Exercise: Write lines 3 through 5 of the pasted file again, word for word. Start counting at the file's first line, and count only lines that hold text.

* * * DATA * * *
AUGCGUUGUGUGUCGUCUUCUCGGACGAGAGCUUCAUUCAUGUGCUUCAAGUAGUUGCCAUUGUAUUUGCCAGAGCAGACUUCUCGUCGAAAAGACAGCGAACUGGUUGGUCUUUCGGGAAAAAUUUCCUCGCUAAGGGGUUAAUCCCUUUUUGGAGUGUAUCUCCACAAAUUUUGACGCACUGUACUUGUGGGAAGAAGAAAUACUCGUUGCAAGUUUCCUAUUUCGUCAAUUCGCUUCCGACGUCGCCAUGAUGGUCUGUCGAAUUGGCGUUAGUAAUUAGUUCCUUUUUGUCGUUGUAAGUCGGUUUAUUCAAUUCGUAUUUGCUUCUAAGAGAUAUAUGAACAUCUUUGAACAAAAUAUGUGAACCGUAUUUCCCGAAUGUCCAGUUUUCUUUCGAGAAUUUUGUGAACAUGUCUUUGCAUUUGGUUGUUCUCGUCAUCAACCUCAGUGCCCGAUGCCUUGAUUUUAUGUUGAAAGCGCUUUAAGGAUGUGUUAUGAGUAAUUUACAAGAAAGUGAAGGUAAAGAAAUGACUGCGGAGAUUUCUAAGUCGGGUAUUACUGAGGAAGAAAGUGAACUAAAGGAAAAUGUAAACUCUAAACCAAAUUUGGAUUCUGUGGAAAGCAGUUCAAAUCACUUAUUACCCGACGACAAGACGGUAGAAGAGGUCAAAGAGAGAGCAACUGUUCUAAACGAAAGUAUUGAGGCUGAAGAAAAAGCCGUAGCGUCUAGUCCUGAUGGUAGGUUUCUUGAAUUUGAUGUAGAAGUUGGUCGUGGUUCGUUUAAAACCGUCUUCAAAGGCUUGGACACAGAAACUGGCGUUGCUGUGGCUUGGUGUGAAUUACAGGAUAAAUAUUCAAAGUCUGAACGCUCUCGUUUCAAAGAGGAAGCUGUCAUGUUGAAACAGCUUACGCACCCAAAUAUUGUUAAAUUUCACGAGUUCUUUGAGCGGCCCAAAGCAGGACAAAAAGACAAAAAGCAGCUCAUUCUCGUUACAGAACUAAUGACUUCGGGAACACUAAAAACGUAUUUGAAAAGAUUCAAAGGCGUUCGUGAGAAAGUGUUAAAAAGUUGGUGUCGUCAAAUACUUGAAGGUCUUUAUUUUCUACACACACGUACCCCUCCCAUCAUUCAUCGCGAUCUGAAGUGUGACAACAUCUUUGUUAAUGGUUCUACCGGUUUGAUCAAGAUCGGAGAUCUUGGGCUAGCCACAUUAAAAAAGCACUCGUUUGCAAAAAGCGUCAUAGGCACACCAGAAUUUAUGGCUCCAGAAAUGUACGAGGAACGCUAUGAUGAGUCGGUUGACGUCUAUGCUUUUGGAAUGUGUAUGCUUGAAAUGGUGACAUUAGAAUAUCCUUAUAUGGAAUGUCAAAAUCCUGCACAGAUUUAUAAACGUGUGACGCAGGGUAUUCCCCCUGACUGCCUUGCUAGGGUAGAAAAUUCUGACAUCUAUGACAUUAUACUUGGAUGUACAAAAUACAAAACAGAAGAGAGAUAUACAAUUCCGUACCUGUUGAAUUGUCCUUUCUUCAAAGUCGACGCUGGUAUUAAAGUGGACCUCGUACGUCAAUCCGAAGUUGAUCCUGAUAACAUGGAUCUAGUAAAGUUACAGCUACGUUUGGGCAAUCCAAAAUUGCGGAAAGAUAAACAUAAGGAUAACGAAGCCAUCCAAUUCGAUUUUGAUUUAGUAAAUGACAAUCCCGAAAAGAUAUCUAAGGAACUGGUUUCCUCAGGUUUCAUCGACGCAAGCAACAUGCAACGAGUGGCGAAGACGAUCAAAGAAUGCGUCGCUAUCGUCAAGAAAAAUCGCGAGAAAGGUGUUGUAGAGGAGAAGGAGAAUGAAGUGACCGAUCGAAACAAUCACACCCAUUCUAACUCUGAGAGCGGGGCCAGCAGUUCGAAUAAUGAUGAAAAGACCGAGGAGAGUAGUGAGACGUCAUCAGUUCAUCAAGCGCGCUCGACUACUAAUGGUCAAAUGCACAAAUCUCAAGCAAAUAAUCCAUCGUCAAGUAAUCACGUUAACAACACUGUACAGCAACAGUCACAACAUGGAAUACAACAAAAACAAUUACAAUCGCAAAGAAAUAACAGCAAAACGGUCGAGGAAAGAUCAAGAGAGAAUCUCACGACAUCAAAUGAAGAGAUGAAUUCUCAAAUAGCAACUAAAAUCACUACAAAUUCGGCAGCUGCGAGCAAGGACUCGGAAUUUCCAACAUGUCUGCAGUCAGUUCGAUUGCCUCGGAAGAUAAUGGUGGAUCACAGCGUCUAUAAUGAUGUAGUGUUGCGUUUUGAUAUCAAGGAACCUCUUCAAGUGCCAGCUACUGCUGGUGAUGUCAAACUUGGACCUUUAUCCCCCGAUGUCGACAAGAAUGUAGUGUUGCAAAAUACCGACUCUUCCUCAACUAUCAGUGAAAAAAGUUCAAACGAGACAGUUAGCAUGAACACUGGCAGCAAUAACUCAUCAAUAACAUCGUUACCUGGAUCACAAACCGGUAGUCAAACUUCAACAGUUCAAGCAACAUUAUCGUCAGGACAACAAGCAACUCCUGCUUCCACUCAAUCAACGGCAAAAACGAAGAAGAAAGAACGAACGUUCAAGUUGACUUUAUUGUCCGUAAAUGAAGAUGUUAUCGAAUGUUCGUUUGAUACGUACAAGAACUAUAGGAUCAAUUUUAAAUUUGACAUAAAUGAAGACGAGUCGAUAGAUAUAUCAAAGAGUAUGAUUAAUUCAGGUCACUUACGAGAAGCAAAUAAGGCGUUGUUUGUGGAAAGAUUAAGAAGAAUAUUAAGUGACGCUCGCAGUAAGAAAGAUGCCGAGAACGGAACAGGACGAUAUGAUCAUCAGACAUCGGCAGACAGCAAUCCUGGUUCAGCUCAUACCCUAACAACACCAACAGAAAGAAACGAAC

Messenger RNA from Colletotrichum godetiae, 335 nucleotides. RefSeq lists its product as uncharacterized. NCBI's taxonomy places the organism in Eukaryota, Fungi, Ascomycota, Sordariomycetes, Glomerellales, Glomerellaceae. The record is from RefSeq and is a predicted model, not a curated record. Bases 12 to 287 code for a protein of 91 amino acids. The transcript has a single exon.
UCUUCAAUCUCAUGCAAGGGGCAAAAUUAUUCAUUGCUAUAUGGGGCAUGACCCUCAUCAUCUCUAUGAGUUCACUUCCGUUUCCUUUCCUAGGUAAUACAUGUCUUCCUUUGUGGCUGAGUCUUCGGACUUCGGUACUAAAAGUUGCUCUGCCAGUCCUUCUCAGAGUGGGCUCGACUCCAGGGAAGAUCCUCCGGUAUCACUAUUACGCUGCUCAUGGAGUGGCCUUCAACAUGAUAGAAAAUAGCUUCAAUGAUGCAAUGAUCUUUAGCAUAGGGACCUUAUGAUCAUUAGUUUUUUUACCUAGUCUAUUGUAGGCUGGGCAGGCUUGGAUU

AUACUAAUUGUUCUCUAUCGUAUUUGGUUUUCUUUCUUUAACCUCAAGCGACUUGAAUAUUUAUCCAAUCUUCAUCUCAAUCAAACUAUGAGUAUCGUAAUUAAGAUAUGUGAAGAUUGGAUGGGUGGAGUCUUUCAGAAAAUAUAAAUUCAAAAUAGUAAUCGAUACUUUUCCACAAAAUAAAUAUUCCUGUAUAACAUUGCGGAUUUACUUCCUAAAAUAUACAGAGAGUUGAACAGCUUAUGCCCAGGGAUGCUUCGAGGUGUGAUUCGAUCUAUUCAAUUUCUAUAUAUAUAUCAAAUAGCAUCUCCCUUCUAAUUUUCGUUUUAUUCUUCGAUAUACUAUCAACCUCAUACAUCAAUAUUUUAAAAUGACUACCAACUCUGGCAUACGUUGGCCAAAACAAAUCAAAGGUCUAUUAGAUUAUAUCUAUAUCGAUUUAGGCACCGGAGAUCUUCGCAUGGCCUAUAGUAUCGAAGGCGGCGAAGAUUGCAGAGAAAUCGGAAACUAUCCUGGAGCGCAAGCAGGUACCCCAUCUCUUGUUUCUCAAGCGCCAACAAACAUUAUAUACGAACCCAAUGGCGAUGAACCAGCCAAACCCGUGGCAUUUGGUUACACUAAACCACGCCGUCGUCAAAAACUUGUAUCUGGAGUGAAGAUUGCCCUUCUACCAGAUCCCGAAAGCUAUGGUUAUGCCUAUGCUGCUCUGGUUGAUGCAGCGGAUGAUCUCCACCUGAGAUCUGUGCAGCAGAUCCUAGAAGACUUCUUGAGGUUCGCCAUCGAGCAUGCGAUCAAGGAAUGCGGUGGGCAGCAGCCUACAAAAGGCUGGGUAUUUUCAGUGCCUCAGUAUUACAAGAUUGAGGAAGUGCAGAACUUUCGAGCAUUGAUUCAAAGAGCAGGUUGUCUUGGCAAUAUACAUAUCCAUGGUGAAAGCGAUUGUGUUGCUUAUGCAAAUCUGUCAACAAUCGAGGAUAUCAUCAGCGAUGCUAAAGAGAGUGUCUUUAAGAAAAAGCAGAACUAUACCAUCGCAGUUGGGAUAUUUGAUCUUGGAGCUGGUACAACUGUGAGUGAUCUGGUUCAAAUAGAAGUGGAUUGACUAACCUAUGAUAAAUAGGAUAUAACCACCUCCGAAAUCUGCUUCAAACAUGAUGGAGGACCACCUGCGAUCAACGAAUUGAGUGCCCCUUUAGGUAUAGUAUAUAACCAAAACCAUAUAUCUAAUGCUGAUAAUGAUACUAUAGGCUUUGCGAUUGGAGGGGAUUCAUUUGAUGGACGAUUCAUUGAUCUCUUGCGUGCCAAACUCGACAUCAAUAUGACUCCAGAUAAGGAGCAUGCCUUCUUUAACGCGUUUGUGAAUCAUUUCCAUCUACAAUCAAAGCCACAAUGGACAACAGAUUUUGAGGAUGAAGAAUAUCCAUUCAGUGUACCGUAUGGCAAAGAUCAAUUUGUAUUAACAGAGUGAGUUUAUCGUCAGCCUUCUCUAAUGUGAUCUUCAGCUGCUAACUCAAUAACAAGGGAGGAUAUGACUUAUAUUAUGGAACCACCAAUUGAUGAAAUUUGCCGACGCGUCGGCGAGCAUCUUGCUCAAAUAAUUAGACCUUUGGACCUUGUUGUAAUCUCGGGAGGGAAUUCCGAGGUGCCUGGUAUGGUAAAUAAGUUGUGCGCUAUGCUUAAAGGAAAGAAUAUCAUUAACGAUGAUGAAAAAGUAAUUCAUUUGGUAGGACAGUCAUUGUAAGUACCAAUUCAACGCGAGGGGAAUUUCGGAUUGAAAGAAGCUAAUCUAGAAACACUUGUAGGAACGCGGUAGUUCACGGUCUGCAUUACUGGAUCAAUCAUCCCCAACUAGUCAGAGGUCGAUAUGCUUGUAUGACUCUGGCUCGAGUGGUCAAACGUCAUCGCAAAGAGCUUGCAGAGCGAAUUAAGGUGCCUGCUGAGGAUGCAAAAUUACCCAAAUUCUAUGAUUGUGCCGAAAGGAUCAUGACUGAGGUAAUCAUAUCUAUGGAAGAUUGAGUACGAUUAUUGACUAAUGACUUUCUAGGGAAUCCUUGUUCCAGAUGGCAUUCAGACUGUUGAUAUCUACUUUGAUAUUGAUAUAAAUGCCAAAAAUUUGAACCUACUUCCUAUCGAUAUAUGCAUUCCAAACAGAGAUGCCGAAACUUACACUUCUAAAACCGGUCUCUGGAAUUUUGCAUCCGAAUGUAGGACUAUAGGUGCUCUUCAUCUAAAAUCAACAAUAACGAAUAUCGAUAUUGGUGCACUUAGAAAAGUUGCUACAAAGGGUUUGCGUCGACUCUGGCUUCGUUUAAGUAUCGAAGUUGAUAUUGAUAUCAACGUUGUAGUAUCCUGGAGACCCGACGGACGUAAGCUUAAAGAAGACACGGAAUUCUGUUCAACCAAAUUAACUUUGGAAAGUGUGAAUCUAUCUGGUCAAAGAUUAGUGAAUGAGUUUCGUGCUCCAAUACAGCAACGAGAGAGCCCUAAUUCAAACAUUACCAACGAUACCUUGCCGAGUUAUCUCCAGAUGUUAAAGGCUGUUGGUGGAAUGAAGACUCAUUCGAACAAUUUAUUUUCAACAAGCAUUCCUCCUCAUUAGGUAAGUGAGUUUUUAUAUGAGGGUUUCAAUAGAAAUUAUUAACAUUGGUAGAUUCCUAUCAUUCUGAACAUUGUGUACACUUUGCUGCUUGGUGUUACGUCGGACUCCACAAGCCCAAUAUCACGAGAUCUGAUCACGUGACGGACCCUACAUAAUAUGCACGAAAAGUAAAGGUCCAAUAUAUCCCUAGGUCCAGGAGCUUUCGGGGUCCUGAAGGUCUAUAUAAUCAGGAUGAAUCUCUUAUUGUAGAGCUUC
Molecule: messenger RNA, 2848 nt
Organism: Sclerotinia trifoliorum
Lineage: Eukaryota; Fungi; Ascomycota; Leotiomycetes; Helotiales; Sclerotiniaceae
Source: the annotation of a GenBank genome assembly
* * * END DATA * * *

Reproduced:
UCUUCAAUCUCAUGCAAGGGGCAAAAUUAUUCAUUGCUAUAUGGGGCAUGACCCUCAUCAUCUCUAUGAGUUCACUUCCGUUUCCUUUCCUAGGUAAUACAUGUCUUCCUUUGUGGCUGAGUCUUCGGACUUCGGUACUAAAAGUUGCUCUGCCAGUCCUUCUCAGAGUGGGCUCGACUCCAGGGAAGAUCCUCCGGUAUCACUAUUACGCUGCUCAUGGAGUGGCCUUCAACAUGAUAGAAAAUAGCUUCAAUGAUGCAAUGAUCUUUAGCAUAGGGACCUUAUGAUCAUUAGUUUUUUUACCUAGUCUAUUGUAGGCUGGGCAGGCUUGGAUU

AUACUAAUUGUUCUCUAUCGUAUUUGGUUUUCUUUCUUUAACCUCAAGCGACUUGAAUAUUUAUCCAAUCUUCAUCUCAAUCAAACUAUGAGUAUCGUAAUUAAGAUAUGUGAAGAUUGGAUGGGUGGAGUCUUUCAGAAAAUAUAAAUUCAAAAUAGUAAUCGAUACUUUUCCACAAAAUAAAUAUUCCUGUAUAACAUUGCGGAUUUACUUCCUAAAAUAUACAGAGAGUUGAACAGCUUAUGCCCAGGGAUGCUUCGAGGUGUGAUUCGAUCUAUUCAAUUUCUAUAUAUAUAUCAAAUAGCAUCUCCCUUCUAAUUUUCGUUUUAUUCUUCGAUAUACUAUCAACCUCAUACAUCAAUAUUUUAAAAUGACUACCAACUCUGGCAUACGUUGGCCAAAACAAAUCAAAGGUCUAUUAGAUUAUAUCUAUAUCGAUUUAGGCACCGGAGAUCUUCGCAUGGCCUAUAGUAUCGAAGGCGGCGAAGAUUGCAGAGAAAUCGGAAACUAUCCUGGAGCGCAAGCAGGUACCCCAUCUCUUGUUUCUCAAGCGCCAACAAACAUUAUAUACGAACCCAAUGGCGAUGAACCAGCCAAACCCGUGGCAUUUGGUUACACUAAACCACGCCGUCGUCAAAAACUUGUAUCUGGAGUGAAGAUUGCCCUUCUACCAGAUCCCGAAAGCUAUGGUUAUGCCUAUGCUGCUCUGGUUGAUGCAGCGGAUGAUCUCCACCUGAGAUCUGUGCAGCAGAUCCUAGAAGACUUCUUGAGGUUCGCCAUCGAGCAUGCGAUCAAGGAAUGCGGUGGGCAGCAGCCUACAAAAGGCUGGGUAUUUUCAGUGCCUCAGUAUUACAAGAUUGAGGAAGUGCAGAACUUUCGAGCAUUGAUUCAAAGAGCAGGUUGUCUUGGCAAUAUACAUAUCCAUGGUGAAAGCGAUUGUGUUGCUUAUGCAAAUCUGUCAACAAUCGAGGAUAUCAUCAGCGAUGCUAAAGAGAGUGUCUUUAAGAAAAAGCAGAACUAUACCAUCGCAGUUGGGAUAUUUGAUCUUGGAGCUGGUACAACUGUGAGUGAUCUGGUUCAAAUAGAAGUGGAUUGACUAACCUAUGAUAAAUAGGAUAUAACCACCUCCGAAAUCUGCUUCAAACAUGAUGGAGGACCACCUGCGAUCAACGAAUUGAGUGCCCCUUUAGGUAUAGUAUAUAACCAAAACCAUAUAUCUAAUGCUGAUAAUGAUACUAUAGGCUUUGCGAUUGGAGGGGAUUCAUUUGAUGGACGAUUCAUUGAUCUCUUGCGUGCCAAACUCGACAUCAAUAUGACUCCAGAUAAGGAGCAUGCCUUCUUUAACGCGUUUGUGAAUCAUUUCCAUCUACAAUCAAAGCCACAAUGGACAACAGAUUUUGAGGAUGAAGAAUAUCCAUUCAGUGUACCGUAUGGCAAAGAUCAAUUUGUAUUAACAGAGUGAGUUUAUCGUCAGCCUUCUCUAAUGUGAUCUUCAGCUGCUAACUCAAUAACAAGGGAGGAUAUGACUUAUAUUAUGGAACCACCAAUUGAUGAAAUUUGCCGACGCGUCGGCGAGCAUCUUGCUCAAAUAAUUAGACCUUUGGACCUUGUUGUAAUCUCGGGAGGGAAUUCCGAGGUGCCUGGUAUGGUAAAUAAGUUGUGCGCUAUGCUUAAAGGAAAGAAUAUCAUUAACGAUGAUGAAAAAGUAAUUCAUUUGGUAGGACAGUCAUUGUAAGUACCAAUUCAACGCGAGGGGAAUUUCGGAUUGAAAGAAGCUAAUCUAGAAACACUUGUAGGAACGCGGUAGUUCACGGUCUGCAUUACUGGAUCAAUCAUCCCCAACUAGUCAGAGGUCGAUAUGCUUGUAUGACUCUGGCUCGAGUGGUCAAACGUCAUCGCAAAGAGCUUGCAGAGCGAAUUAAGGUGCCUGCUGAGGAUGCAAAAUUACCCAAAUUCUAUGAUUGUGCCGAAAGGAUCAUGACUGAGGUAAUCAUAUCUAUGGAAGAUUGAGUACGAUUAUUGACUAAUGACUUUCUAGGGAAUCCUUGUUCCAGAUGGCAUUCAGACUGUUGAUAUCUACUUUGAUAUUGAUAUAAAUGCCAAAAAUUUGAACCUACUUCCUAUCGAUAUAUGCAUUCCAAACAGAGAUGCCGAAACUUACACUUCUAAAACCGGUCUCUGGAAUUUUGCAUCCGAAUGUAGGACUAUAGGUGCUCUUCAUCUAAAAUCAACAAUAACGAAUAUCGAUAUUGGUGCACUUAGAAAAGUUGCUACAAAGGGUUUGCGUCGACUCUGGCUUCGUUUAAGUAUCGAAGUUGAUAUUGAUAUCAACGUUGUAGUAUCCUGGAGACCCGACGGACGUAAGCUUAAAGAAGACACGGAAUUCUGUUCAACCAAAUUAACUUUGGAAAGUGUGAAUCUAUCUGGUCAAAGAUUAGUGAAUGAGUUUCGUGCUCCAAUACAGCAACGAGAGAGCCCUAAUUCAAACAUUACCAACGAUACCUUGCCGAGUUAUCUCCAGAUGUUAAAGGCUGUUGGUGGAAUGAAGACUCAUUCGAACAAUUUAUUUUCAACAAGCAUUCCUCCUCAUUAGGUAAGUGAGUUUUUAUAUGAGGGUUUCAAUAGAAAUUAUUAACAUUGGUAGAUUCCUAUCAUUCUGAACAUUGUGUACACUUUGCUGCUUGGUGUUACGUCGGACUCCACAAGCCCAAUAUCACGAGAUCUGAUCACGUGACGGACCCUACAUAAUAUGCACGAAAAGUAAAGGUCCAAUAUAUCCCUAGGUCCAGGAGCUUUCGGGGUCCUGAAGGUCUAUAUAAUCAGGAUGAAUCUCUUAUUGUAGAGCUUC
Molecule: messenger RNA, 2848 nt